But, if you're intent is to write a good fantasy short story, and you need a piece of skeleton to drape the meat of your yarn around, or a spark of context that has the ring of "what's so" to it that will add color to your story, then this book can be a real help to you. That's all it's meant to be.
"Fantasy Reference" is rich with hundreds of small "idea catchers" and "concept smoothers" which are the life blood of fantasy story writers. I'm not saying it will replace the research you need to do to write a long novel, but it will surely fill some potholes along the way.
What good is giving complete information about a fantasy race that's already been written about? If you read enough fantasy material you know that one person's concept of an elf is quite different from another's. We don't even know what King Arthur or Sir Lancelot were like other than through the eyes of Mallory or Tennison.
The point of fantasy writing is to create your own race. Go find a good book on anthropology and develop your race from reality if your story needs that kind of source information to burn with the fire of reality.
Fantasy isn't historical fiction. That's why there's no bibliography at the back of fantasy novels. Good fantasy provides the "feel" of reality without the need for the support of historical accuracy.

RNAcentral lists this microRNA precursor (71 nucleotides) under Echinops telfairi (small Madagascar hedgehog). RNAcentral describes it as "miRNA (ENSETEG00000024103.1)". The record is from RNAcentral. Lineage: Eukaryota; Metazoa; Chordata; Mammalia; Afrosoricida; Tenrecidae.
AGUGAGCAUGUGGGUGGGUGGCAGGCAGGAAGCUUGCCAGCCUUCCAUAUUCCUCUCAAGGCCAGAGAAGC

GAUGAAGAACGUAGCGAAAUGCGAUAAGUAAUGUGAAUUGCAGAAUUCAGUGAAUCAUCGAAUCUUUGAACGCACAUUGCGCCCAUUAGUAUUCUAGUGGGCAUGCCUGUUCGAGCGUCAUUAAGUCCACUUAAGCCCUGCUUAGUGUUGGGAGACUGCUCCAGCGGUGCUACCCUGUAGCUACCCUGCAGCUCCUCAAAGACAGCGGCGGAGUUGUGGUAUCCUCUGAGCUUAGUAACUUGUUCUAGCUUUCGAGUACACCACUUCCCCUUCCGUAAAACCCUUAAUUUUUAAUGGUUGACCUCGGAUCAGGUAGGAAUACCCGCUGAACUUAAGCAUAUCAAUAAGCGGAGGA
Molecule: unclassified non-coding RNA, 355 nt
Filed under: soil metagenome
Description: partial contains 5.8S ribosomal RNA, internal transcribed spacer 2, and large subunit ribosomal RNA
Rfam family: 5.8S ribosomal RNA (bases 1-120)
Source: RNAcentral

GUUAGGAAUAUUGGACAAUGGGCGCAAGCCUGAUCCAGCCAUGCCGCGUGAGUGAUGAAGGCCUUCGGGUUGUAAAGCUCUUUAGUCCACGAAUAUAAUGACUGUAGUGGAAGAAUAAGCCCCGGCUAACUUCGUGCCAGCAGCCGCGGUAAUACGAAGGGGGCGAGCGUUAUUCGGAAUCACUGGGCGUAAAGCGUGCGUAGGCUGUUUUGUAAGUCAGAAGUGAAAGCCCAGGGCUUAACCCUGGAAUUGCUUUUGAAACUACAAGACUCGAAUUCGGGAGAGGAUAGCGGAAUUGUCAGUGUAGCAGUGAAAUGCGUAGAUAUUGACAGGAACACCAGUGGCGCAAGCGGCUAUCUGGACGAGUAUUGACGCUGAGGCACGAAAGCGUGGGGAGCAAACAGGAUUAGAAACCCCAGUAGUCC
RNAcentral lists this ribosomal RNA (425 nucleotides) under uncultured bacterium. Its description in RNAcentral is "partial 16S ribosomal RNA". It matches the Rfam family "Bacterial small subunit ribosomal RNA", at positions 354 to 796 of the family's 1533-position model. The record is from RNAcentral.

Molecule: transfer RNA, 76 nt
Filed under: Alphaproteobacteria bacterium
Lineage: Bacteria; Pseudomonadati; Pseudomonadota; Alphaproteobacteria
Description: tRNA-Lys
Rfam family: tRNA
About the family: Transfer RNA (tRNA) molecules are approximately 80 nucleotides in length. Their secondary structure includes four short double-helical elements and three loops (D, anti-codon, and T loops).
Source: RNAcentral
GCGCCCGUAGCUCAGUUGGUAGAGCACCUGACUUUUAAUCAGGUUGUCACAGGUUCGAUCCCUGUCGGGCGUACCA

This book provokes the use of your imagination. It sets the table for you to provide the main course. If you are new to fantasy writing, that can be indispensable. If you're an old hand at fantasy fiction, it is at least a useful reference tool in a field where such tools are often very dated or difficult to come by.
A useful tool is what "Fantasy Reference" was meant to be and for that reason I keep a copy on my shelf.
Easy to read, covers a lot of ground, including sections on: Arms, Armor and Armies, Creatures of Myth and Legend, and Magic. Well organized, with a complete 14-page index, and a nice cover.
This book is a Fantasy reference, so if you're looking for solid historical fact, look elsewhere. It covers a lot of info, but doesn't tell you how, where, or when to use it.
As a Reference I give it 5 stars, and I highly recommend it to beginning Writers and Fantasy Fans alike.
If you are looking for a book on how to write Fantasy, check out: How to Write Science Fiction and Fantasy, by Orson Scott Card. Another Great book.
BUT it needed more information on the things fantasy writers often get wrong. For example, it could have used a whole chapter on HORSES. We all know writers often get the facts about horses wrong. (As Diane Wynn Jones mentioned in "The Tough Guide to Fantasyland," some fantasy writers treat horses like bicycles.) More information about sieges, Medieval villages, wilderness survival tips, and so forth would have been nice, too. (How often have you read a fantasy novel where characters who are supposed to be hiding from their enemies light a huge campfire?)
This book also needs a detailed bibliography